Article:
This "All Humanity is My Brother" Thing
How to love one another
If we are not afraid to look inside ourselves, we ultimately find that we must face the fact that some degree of prejudice exists within us all. Yes, even within you and me, my friends. No matter who the reader may be.
Since most of us tend to have a difficult time seeing our own shortcomings, we must each learn to ask ourselves some very hard and very personal questions.
Let me look in the mirror, so to speak. Am I hiding the fact that I am (at least a little) bigoted toward others whom I perceive to be “different” from me (due to one or more of the following: skin color, religion, sexual identity, ethnicity, or socio-economic status)?
We must ask ourselves the hard questions. And we must not be afraid to confront any bigotry or prejudices we may find within ourselves. If we are unable to face down our faults, we are far less likely to even realize the fact that they actually exist when others call our attention to them.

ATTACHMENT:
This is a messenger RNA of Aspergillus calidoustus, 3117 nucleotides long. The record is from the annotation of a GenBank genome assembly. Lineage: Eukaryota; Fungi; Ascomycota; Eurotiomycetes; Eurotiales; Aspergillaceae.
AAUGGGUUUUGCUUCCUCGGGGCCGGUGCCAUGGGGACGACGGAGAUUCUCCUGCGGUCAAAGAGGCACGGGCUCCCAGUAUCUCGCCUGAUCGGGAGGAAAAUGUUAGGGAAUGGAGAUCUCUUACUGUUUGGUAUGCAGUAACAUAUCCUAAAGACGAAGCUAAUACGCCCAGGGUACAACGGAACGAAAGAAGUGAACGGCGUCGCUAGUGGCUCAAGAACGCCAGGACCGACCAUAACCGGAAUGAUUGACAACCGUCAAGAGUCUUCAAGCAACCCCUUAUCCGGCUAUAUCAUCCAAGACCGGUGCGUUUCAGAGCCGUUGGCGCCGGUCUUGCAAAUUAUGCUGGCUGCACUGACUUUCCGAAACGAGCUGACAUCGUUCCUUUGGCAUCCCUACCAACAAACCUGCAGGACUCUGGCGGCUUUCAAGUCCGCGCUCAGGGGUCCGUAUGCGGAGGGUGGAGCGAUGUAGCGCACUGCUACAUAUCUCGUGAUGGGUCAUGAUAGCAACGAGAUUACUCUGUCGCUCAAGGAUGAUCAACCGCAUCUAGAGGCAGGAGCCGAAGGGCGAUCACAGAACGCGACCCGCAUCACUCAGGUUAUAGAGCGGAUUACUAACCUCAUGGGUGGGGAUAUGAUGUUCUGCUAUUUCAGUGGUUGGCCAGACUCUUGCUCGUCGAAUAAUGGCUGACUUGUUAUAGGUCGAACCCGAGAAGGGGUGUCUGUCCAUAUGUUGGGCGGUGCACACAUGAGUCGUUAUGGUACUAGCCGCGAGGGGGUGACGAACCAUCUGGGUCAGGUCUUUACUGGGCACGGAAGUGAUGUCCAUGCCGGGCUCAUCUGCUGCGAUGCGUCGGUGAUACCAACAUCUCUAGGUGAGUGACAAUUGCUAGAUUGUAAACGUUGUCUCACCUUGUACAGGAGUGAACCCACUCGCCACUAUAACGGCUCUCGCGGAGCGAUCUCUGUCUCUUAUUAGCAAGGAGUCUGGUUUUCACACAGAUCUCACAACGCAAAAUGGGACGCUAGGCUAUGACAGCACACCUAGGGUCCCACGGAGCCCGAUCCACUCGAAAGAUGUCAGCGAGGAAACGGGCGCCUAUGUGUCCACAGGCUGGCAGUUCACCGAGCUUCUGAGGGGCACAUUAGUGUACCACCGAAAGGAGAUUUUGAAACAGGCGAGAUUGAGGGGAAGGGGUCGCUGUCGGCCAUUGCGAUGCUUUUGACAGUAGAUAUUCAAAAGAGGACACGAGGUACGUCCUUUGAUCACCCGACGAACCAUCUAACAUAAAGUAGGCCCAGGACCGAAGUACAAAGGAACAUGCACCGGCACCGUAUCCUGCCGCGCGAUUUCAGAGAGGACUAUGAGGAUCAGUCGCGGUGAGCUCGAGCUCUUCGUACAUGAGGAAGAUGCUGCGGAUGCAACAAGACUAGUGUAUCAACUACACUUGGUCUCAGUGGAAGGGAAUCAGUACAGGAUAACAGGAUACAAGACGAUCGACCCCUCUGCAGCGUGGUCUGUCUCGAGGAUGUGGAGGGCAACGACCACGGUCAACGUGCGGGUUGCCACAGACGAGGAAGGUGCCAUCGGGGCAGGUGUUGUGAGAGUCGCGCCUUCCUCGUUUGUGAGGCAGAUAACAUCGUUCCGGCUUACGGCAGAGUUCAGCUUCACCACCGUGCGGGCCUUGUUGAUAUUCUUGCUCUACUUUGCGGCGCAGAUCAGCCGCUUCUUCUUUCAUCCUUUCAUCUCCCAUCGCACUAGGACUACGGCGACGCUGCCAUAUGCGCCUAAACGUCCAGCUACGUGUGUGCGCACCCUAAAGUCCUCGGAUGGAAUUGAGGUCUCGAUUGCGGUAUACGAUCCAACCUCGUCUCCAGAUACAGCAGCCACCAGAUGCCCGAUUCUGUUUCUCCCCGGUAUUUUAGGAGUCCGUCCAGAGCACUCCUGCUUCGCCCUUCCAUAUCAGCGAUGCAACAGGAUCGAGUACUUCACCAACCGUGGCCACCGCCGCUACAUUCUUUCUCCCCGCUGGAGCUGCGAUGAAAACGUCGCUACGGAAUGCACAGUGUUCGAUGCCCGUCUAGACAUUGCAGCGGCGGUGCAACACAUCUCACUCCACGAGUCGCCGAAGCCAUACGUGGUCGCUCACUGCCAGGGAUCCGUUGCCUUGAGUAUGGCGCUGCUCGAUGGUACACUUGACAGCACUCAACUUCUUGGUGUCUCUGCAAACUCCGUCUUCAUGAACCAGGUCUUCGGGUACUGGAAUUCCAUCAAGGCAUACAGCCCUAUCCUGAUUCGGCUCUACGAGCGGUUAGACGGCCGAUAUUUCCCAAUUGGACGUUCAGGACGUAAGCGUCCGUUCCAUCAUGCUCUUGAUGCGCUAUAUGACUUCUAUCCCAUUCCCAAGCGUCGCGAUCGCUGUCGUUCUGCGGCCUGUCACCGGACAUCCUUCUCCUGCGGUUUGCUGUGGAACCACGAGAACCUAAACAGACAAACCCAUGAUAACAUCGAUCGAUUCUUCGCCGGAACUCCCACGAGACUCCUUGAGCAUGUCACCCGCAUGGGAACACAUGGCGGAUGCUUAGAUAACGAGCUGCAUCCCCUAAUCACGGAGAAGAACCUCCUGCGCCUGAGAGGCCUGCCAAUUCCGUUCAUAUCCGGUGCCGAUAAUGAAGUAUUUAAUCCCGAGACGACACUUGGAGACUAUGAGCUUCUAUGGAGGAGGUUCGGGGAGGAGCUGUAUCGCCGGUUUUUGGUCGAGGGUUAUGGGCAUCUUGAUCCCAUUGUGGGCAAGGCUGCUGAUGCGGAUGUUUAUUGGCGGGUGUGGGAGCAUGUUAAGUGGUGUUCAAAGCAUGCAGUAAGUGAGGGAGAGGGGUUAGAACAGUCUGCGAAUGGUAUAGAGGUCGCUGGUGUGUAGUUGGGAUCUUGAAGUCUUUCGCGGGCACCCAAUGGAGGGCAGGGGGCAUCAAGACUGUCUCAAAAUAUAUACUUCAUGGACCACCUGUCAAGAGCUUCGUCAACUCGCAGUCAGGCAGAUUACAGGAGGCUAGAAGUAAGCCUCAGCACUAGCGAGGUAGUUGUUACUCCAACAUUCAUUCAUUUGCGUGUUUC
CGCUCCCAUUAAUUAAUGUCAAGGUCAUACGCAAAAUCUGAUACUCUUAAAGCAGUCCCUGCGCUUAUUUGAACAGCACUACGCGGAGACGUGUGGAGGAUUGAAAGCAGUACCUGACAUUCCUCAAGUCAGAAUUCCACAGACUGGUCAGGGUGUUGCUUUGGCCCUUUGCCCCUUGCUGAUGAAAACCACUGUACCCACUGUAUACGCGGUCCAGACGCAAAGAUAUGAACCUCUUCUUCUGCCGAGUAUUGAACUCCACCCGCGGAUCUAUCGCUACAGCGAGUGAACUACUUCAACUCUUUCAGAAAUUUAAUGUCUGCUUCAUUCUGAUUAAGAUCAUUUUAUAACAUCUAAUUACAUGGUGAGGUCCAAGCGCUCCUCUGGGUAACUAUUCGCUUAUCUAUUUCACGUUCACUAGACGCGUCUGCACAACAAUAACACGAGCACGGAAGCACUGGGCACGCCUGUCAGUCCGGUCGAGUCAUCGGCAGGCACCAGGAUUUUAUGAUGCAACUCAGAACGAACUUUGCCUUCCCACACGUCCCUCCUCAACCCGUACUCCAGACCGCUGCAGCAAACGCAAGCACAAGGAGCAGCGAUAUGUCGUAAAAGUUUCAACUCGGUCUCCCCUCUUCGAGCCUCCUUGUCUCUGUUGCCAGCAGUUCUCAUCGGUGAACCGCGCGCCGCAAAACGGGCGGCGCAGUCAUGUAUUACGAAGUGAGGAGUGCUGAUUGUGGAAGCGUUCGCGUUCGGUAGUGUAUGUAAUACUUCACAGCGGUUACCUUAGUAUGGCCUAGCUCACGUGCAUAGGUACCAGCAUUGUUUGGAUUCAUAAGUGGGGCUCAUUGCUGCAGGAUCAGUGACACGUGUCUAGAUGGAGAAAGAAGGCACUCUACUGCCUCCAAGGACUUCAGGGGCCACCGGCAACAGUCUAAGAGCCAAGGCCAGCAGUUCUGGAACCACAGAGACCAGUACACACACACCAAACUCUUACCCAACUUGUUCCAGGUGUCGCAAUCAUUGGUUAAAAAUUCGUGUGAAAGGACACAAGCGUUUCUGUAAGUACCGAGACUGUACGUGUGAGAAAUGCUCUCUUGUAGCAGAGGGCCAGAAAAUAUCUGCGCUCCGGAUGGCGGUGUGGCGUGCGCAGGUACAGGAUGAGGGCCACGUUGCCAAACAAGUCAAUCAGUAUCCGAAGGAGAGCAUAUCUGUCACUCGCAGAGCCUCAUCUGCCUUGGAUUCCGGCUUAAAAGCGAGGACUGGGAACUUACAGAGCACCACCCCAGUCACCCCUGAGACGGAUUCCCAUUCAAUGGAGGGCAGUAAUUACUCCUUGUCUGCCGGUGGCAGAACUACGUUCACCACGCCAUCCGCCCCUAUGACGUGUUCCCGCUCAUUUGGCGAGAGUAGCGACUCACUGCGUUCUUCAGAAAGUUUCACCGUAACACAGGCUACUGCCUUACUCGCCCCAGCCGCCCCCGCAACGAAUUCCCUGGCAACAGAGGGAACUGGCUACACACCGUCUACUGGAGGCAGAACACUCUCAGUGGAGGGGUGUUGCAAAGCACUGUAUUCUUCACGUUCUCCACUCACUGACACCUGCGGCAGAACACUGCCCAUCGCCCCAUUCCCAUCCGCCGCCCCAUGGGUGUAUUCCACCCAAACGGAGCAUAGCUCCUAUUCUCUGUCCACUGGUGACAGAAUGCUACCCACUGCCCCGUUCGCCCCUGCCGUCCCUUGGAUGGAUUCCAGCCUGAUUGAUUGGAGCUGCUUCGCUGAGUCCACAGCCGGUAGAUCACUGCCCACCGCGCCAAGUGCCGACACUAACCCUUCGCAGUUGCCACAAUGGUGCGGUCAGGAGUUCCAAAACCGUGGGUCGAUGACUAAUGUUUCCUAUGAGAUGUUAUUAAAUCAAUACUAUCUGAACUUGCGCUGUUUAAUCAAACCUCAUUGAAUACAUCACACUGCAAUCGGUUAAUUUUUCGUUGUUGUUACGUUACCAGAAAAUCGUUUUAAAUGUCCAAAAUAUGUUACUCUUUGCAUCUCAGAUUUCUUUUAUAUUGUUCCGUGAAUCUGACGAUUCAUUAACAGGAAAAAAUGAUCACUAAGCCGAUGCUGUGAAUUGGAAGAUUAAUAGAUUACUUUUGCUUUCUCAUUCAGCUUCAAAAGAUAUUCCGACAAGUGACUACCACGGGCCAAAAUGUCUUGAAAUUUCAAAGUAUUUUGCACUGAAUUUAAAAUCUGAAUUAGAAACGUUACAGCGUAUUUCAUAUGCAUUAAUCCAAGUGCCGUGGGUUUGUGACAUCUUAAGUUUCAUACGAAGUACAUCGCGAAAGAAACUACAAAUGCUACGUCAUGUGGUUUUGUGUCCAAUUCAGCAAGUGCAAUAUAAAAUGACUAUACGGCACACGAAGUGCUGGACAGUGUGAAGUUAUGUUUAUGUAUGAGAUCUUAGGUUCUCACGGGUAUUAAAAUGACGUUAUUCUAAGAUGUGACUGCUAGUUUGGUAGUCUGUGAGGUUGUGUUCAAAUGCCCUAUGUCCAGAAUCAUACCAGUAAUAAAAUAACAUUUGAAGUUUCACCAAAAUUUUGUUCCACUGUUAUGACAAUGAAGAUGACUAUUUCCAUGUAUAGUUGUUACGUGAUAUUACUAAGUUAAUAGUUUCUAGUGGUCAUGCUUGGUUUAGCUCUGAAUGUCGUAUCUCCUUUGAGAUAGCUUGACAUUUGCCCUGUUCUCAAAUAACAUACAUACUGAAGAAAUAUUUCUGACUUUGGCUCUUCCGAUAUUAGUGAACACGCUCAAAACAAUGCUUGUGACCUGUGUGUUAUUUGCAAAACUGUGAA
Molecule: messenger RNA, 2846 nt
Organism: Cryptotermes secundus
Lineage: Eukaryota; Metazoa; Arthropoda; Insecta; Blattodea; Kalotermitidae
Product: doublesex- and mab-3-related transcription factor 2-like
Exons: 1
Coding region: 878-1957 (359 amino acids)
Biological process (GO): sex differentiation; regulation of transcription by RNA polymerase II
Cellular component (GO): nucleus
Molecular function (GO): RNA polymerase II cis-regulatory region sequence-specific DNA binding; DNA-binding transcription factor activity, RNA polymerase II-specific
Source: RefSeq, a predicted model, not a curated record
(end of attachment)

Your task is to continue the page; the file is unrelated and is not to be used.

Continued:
And here’s the “science” behind why we all (yes, including you and me) have at least some prejudicial beliefs:
Humanity evolved in tribes. Over countless millennia. Each tribe or small group lived totally separate from the “others”. Others who were deemed to be “not like us”. In order to survive, different tribes often competed over the same territory and resources.
“They” were not “Us”. And we could not let Them become Us, because if we did, we were smart enough to know that fewer of Us would have the resources we needed to survive.
Fast forward to today, when our ancient xenophobic tendencies (whether they serve to actually help us survive now or not) remain deeply entwined within our genes and culture. Such xenophobia can become especially rampant when partnered with religion and/or politics.
There exists something at least as strong as our genes and our culture, if we’ll use it.
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